Fazle Hussain, Ph.D.
Cullen Distinguished Professor
|Ph.D.||Stanford University, Stanford, CA (Mechanical Engineering)|
|M.S.||Stanford University, Stanford, CA (Mechanical Engineering)|
|B.S.||Bangladesh University of Engineering and Technology, Bangladesh, India (Mechanical Engineering)|
Dr. Fazle Hussain is the Cullen Distinguished Professor and director of the Institute of Fluid Dynamics and Turbulence, in the mechanical engineering department at The University of Houston. Dr. Hussain is a world-renowned scientist in fluid dynamics with over 200 papers in prestigious journals. He has been a visiting scholar at Cambridge six times, the Indian Institute of Science at Bangalore, the Institute of Mechanics at Beijing, the Kavli Institute of Theoretical Physics at UCSB, and is the lifetime Moore Distinguished Scholar at Caltech and an honorary professor at Peking University.
Dr. Hussain currently serves on the board of The Academy of Medicine, Engineering and Science of Texas, as the mechanical engineering chair of the National Academy of Engineering, and as chair of the Academy of Science of the Developing World. He is a Fellow of APS, the American Society of Mechanical Engineers, and the American Institute of Aeronautics and Astronautics.
Dr. Hussain has received awards including the Freeman Scholar Award of ASME in 1984, the Fluid Dynamics Prize of APS in 1998, the Fluids Engineering Award of ASME in 2000, and the Fluid Dynamics Award of AIAA in 2002 for his groundbreaking work in fluid dynamics. Dr. Hussain is a member of the National Academy of Engineering.
At The Methodist Hospital Research Institute, Dr. Hussain serves as the Dean of Engineering of the Council of Deans. In this capacity, he provides leadership, guidance and counsel for research and education.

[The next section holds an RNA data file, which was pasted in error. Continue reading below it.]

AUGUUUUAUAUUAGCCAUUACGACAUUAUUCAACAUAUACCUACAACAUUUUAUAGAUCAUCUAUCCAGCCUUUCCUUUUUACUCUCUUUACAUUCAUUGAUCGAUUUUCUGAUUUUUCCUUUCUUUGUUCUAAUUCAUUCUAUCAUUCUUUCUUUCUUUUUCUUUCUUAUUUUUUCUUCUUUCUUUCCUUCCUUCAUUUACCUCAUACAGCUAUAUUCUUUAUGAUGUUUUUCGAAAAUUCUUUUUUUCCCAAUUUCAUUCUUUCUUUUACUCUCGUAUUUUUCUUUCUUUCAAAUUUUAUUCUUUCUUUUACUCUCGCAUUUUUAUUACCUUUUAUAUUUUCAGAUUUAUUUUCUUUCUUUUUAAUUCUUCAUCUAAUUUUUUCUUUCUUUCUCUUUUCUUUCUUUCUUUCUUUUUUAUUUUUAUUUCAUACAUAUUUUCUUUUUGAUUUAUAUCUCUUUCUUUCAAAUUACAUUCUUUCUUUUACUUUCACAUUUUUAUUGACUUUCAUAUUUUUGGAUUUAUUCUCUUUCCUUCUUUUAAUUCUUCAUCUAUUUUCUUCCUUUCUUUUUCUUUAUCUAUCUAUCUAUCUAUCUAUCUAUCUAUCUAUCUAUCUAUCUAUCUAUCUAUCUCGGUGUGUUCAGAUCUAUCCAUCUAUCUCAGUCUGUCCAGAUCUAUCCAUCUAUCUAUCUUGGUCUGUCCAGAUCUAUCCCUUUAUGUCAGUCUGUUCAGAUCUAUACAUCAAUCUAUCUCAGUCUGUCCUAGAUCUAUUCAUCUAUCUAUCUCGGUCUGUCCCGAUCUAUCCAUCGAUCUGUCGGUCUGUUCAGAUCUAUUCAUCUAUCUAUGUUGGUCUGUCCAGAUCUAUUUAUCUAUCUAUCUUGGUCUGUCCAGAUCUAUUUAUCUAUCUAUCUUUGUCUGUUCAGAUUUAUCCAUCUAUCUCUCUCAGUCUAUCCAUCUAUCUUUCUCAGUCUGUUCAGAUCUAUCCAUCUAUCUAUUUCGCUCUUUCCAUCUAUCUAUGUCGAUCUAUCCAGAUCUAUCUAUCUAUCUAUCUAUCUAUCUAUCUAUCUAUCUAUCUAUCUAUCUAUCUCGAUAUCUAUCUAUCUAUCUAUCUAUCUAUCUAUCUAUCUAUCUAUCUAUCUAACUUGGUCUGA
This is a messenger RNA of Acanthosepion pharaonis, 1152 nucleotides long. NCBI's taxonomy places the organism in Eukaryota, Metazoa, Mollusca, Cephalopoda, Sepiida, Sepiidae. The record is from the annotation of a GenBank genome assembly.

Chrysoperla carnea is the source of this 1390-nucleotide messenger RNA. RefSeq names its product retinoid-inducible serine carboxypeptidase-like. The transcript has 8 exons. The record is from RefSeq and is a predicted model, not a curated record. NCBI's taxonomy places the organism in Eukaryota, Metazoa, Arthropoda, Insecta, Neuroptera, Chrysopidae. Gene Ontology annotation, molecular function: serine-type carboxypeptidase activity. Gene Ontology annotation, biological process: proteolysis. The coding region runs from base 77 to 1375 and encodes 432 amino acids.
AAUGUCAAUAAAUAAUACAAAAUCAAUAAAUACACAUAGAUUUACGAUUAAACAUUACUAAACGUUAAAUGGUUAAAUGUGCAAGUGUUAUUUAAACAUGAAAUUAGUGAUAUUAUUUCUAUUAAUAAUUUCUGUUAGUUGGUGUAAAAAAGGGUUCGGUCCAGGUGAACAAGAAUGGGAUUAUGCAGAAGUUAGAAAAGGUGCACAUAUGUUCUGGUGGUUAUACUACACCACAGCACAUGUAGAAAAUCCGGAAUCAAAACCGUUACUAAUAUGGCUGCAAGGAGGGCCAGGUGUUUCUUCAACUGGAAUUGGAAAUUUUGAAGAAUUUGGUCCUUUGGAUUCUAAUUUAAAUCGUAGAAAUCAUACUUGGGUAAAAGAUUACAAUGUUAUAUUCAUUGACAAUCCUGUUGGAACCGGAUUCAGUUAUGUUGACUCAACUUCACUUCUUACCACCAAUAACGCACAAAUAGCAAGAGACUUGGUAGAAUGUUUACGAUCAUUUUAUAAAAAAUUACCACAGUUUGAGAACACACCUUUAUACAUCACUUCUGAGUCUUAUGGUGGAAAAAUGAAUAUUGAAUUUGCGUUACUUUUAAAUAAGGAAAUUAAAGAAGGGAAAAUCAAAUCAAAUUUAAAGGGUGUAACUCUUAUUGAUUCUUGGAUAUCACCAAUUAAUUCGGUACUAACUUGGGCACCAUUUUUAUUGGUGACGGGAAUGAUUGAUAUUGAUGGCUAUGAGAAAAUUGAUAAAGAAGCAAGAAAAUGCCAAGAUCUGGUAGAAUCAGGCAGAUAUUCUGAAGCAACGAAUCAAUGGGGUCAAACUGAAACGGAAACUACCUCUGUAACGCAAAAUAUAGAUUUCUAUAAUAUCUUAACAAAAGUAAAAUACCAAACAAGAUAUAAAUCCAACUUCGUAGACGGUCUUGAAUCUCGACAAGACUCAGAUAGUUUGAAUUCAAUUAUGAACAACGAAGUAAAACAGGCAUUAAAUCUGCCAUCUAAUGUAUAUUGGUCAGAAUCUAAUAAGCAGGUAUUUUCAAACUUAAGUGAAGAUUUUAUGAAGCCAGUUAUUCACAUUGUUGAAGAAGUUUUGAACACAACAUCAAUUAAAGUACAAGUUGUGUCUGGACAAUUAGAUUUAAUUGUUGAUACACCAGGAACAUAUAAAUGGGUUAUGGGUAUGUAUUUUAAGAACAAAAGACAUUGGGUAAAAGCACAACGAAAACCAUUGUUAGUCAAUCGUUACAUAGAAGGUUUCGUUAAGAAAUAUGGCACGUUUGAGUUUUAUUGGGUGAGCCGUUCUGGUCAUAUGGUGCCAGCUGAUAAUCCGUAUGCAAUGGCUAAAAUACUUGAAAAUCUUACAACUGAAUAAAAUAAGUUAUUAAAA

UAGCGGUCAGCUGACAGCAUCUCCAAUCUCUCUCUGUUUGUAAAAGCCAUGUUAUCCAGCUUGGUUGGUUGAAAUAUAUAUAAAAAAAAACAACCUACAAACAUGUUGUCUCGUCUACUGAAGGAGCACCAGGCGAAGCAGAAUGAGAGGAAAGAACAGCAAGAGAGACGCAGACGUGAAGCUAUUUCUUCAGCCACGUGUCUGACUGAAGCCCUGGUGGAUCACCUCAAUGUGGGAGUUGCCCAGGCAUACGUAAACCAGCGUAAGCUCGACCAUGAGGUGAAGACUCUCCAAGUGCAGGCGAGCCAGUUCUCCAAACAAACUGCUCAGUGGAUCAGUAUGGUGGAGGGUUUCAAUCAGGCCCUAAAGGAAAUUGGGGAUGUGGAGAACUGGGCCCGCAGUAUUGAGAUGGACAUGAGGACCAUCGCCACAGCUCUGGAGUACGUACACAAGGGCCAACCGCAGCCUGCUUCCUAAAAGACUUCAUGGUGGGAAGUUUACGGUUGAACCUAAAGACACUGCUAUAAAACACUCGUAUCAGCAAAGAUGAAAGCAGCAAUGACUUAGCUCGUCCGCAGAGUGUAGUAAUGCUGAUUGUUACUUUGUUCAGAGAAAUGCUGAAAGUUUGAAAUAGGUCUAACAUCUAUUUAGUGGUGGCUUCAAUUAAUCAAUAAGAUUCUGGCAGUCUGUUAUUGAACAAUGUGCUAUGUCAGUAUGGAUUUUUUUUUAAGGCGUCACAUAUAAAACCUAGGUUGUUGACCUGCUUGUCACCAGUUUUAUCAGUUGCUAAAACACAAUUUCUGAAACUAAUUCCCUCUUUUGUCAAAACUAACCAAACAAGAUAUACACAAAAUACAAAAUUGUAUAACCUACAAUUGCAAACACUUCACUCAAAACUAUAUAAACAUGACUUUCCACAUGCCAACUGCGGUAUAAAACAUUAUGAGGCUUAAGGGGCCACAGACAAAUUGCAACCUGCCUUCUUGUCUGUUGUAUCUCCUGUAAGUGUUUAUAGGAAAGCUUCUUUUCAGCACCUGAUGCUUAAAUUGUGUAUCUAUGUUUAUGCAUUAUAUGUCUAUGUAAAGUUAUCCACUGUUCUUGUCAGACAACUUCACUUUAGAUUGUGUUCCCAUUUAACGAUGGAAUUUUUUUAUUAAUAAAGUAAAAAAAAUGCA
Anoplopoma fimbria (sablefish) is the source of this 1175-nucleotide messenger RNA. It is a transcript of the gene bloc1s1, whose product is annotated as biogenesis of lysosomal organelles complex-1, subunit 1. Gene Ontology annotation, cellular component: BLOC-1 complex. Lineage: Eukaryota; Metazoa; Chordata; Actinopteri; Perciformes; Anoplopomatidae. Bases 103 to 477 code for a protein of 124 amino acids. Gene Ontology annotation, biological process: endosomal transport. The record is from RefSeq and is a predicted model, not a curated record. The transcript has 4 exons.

The primary theme of Dr. Hussain’s research is the search for order in the disorder of turbulence. That is, underlying the complicated, seemingly random motion of turbulence, there is an organization. Dr. Hussain was one of the pioneers in recognizing that such organized motion is the key to understanding turbulence, and to controlling turbulent flows for technological benefit. For example, to design better engines and turbines, reduce drag and hence saving fuel in aircraft, and reduce the noise from jet engines. For applications like these and more, he has pursued experimental, numerical and theoretical studies of the basic mechanisms of turbulence.
Fluid mechanics, turbulent flows, vortex dynamics, jets and boundary layers, aeroacoustics, optical measurement techniques, fluidized beds, bio-fluid dynamics
Pahlevan NM, Amlani F, Hossein Gorji M, Hussain F, Gharib M. A physiologically relevant, simple outflow boundary model for truncated vasculature. Ann Biomed Eng. 2011 May;39(5):1470-81. PMID: 21240638
Ziemys A, Grattoni A, Fine D, Hussain F, Ferrari M. Confinement effects on monosaccharide transport in nanochannels. J Phys Chem B. 2010 Sep 2;114(34):11117-26. PMID: 20738139
Grattoni A, De Rosa E, Ferrati S, Wang Z, Gianesini A, Liu X, Hussain F, Goodall R, Ferrari M. Analysis of nanochanneled membrane structure through convective gas flow. J Micromech Microeng. 2009 Nov; 19(11):115018. doi:10.1088/0960-1317/19/11/115018
Shi F, Sharma P, Kouri DJ, Hussain F, Gunaratne GH. Nanostructures with long-range order in monolayer self-assembly. Phys Rev E Stat Nonlin Soft Matter Phys. 2008 Aug;78(2 Pt 2):025203. PMID: 18850882
Hu S, Nathan G, Hussain F, Kouri DJ, Sharma P, Gunaratne GH. On stability of self-assembled nanoscale patterns. J. Mechanics and Physics of Solids. 18, pp. 1357-84 (2007) doi: 10.1016/j.jmps.2007.01.003